And you'll strain once again to the sound of the gulls in the wake of the deep plough, sharing."

But let us not forget the tractor.

Bliss sheer bliss, nice Massey and trailing 2 plough.

The kit and caboodle of a match plough. A tape measure is also a must to make sure the distances between ploughed and un-ploughed land are not too far apart to get a perfect finish.

Although this was a ploughing match, a small village show was to be found in an adjacent field, usual produce, crafts and entries, but this one intrigued me. 'Produce in a Basket'. All three entries won first prize. Which is a first for me.

Eventually all this frenetic activity needs to be rewarded, after all, points mean prizes. We decided to watch the ceremony. Time was 4.15pm and the awards were due at about 5pm. So we found a sunny spot and sat and waited in the warm sun. By 5.30pm despite frantic tooings and froings behind the union flag nothing stirred. At 5.35, a microphone sprang into life informing the massed throng of boiler suits, grubby jeans and flat caps (and that's just the women) that in 5 minutes the awards will begin. At 5.55 pm, we were off....! I like being in the country, a country mile is about 3 days walk, and a country 5 minutes is at least 20 minutes.

The microphone crackled into life and the first awards were unleashed, complete with brown envelopes of prize money, silverware flashing in the evening sunlight, and a round of applause. However it seemed those at the back couldn't hear so the crowd were asked to step forward, plenty of room up here. This brought a surreal moment as on mass a silhouetted (we were sitting facing the sun) group of ploughmen shuffled forward inch by inch; individually not wishing to get too close, but as a group being lured by invitation closer by the chap in charge. And it reminded me of a Monty Python sketch, where inch by inch the attacking soldiers dared to get close enough to fight, but always with a worry on their face.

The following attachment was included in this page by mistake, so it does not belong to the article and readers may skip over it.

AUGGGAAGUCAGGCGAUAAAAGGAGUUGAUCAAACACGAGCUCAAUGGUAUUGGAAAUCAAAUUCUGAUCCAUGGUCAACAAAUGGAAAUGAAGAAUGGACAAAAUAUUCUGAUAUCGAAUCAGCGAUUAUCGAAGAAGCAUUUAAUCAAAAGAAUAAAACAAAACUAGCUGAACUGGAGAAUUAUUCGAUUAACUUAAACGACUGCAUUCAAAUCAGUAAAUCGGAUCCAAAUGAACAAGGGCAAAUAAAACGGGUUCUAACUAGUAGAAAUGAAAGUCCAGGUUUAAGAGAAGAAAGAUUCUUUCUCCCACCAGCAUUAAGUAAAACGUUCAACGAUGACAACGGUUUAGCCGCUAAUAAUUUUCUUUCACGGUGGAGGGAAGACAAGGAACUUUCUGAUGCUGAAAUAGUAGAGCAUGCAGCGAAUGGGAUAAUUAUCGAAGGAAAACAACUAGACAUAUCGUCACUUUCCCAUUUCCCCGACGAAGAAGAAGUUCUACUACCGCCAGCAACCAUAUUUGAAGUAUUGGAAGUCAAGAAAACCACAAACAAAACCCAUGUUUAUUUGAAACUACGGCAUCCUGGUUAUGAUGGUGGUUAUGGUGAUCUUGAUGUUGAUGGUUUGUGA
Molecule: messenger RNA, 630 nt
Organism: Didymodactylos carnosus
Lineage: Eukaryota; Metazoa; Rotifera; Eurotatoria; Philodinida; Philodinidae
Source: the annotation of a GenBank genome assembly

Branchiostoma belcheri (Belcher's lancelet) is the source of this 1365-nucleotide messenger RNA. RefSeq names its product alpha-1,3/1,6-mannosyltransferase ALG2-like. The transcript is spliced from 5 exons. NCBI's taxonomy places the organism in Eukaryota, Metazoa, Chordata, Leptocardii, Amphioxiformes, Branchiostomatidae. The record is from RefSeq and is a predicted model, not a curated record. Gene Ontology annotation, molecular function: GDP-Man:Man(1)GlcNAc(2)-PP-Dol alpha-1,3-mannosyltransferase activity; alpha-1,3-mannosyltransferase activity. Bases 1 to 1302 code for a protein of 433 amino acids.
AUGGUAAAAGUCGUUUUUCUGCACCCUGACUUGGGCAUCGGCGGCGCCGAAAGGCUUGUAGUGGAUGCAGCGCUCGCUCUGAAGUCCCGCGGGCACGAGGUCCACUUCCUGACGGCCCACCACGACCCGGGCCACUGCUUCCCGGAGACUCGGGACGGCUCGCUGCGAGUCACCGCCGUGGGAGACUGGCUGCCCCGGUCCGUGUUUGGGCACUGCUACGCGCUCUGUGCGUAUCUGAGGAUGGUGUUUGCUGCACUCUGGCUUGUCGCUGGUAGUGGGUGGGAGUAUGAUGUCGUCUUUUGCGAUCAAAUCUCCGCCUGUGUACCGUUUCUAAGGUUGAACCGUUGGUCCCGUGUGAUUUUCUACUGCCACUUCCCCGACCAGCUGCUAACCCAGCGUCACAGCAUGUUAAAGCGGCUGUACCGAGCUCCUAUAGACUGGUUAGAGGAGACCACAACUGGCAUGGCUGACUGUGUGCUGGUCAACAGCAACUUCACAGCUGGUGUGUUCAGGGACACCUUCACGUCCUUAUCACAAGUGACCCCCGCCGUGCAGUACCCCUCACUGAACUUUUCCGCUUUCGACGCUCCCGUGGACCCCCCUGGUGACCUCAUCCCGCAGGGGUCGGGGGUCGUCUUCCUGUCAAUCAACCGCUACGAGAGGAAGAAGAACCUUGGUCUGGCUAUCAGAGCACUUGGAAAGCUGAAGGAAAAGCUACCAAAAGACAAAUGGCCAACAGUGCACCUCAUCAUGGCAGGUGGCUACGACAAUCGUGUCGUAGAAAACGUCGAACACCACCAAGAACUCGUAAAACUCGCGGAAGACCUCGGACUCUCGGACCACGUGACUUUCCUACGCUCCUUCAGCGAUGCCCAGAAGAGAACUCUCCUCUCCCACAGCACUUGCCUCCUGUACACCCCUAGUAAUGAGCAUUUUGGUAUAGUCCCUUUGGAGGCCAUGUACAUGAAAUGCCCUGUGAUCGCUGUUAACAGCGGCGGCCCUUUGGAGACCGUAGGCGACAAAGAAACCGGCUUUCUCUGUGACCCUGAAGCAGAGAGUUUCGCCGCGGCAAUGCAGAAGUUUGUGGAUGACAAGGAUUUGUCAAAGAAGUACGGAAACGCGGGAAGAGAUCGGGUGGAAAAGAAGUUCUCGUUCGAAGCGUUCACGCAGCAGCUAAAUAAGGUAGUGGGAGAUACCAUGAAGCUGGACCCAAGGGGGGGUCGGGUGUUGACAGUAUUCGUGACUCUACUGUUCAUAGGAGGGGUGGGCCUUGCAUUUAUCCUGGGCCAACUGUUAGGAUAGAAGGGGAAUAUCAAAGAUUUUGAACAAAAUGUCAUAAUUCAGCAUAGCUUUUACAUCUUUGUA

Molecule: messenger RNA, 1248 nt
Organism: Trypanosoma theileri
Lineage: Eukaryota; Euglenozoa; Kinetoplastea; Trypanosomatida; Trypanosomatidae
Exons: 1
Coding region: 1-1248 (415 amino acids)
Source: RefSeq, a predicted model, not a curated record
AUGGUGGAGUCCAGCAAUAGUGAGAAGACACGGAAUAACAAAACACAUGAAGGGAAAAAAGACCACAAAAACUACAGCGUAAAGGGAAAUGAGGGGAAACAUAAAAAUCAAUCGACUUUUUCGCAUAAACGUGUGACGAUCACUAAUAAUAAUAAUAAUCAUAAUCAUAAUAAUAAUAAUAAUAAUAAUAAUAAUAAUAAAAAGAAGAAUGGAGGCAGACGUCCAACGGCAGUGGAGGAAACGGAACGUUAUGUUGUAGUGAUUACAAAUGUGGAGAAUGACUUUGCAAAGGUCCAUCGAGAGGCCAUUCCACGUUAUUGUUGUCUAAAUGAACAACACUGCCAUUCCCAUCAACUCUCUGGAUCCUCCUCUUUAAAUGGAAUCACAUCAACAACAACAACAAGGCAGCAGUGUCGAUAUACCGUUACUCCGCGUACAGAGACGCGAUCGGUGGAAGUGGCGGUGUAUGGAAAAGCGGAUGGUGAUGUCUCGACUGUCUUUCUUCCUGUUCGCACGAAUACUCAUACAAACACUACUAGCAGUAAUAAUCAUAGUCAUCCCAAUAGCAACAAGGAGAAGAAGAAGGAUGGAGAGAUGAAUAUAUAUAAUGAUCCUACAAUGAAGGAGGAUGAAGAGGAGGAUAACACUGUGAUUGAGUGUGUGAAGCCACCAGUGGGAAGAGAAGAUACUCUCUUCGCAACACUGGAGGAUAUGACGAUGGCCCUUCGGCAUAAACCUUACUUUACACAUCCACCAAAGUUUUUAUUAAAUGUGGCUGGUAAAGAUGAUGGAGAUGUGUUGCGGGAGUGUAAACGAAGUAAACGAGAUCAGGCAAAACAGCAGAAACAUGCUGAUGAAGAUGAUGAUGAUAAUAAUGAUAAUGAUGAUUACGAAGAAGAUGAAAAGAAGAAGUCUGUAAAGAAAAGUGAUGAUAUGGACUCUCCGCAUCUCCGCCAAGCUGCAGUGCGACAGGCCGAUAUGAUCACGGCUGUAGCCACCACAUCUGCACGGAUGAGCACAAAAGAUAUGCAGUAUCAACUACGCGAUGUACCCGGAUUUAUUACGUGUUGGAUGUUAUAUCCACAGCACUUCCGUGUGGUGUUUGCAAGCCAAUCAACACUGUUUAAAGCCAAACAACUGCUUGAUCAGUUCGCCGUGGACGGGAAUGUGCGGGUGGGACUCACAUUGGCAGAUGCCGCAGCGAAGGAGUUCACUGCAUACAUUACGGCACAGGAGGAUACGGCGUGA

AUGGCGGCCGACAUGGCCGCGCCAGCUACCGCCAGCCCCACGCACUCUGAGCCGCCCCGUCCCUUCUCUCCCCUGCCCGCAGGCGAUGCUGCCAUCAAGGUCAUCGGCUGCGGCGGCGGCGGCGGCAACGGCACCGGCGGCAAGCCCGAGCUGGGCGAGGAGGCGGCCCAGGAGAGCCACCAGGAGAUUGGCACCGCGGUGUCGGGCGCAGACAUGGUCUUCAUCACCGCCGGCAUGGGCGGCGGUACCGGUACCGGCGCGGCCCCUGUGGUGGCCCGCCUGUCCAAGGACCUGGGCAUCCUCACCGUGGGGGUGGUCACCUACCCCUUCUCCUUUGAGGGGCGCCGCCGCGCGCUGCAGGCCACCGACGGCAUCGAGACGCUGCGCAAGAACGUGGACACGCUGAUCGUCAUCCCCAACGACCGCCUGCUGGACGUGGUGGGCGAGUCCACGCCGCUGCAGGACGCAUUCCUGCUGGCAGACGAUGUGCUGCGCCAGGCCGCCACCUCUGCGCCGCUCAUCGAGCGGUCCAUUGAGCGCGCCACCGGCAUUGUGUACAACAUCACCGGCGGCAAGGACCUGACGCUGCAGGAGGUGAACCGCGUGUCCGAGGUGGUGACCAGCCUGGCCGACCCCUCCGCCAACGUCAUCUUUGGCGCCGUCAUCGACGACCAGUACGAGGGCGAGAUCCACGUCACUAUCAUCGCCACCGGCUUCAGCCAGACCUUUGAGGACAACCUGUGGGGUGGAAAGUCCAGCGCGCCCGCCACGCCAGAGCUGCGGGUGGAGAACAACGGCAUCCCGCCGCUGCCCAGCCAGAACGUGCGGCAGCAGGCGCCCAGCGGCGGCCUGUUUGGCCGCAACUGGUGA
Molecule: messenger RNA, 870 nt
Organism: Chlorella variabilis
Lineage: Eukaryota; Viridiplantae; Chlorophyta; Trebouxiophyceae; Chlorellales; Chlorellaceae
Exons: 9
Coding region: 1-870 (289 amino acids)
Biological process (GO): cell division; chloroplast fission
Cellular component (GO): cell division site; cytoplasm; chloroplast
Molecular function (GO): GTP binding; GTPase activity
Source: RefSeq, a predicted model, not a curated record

And for both Olwen and I, the awards ceremony, was the pinnacle of the day. It summed up Britain, village shows, meeting up with old friends, sitting in the sun, drinking cider, chatting, followed by watching ploughmen, there were women there but none ploughing, men who keep this country fed walking towards to table to get their prize. We could have been at any agricultural show anywhere in middle England, these modest men walked forward, many with limps or bent backs, faces red after decades of exposure to wind and sun, but all displaying a pride in what they do without having to shout about it as is the modern celebrity craze; it was unspoken, there behind their eyes just by looking at their faces. People to be honoured I feel.

And so the day came to an end and as we walked back to the car a book I read years ago came into my mind. "The Endless Furrow" by A.G.Street was first published in 1949 and is a fictional account of a "townsman's" drive and desire to own a piece of English land as a farmer, and the joy he felt when he finally got there and walked his fields.

Sums up perfectly what today was really all about - in my mind at least.


  1. Great stuff Andrew. I love the sounds and aromas of old farm machinery, and that you can see how everything works.

  2. Really enjoyed the photos Andrew. I worked on a farm years ago and people don't realize the labour that goes into getting the vegetables on the supermarket shelves. It was back breaking work but when it was all over one felt as if something good was accomplished.

  3. Thanks Rambling Rob.... unlike computers which seem to have a mind of their own behind this screen !

    So true Oldcrow, feeling we've achieved something in life is a valuable lesson, and well worth the effort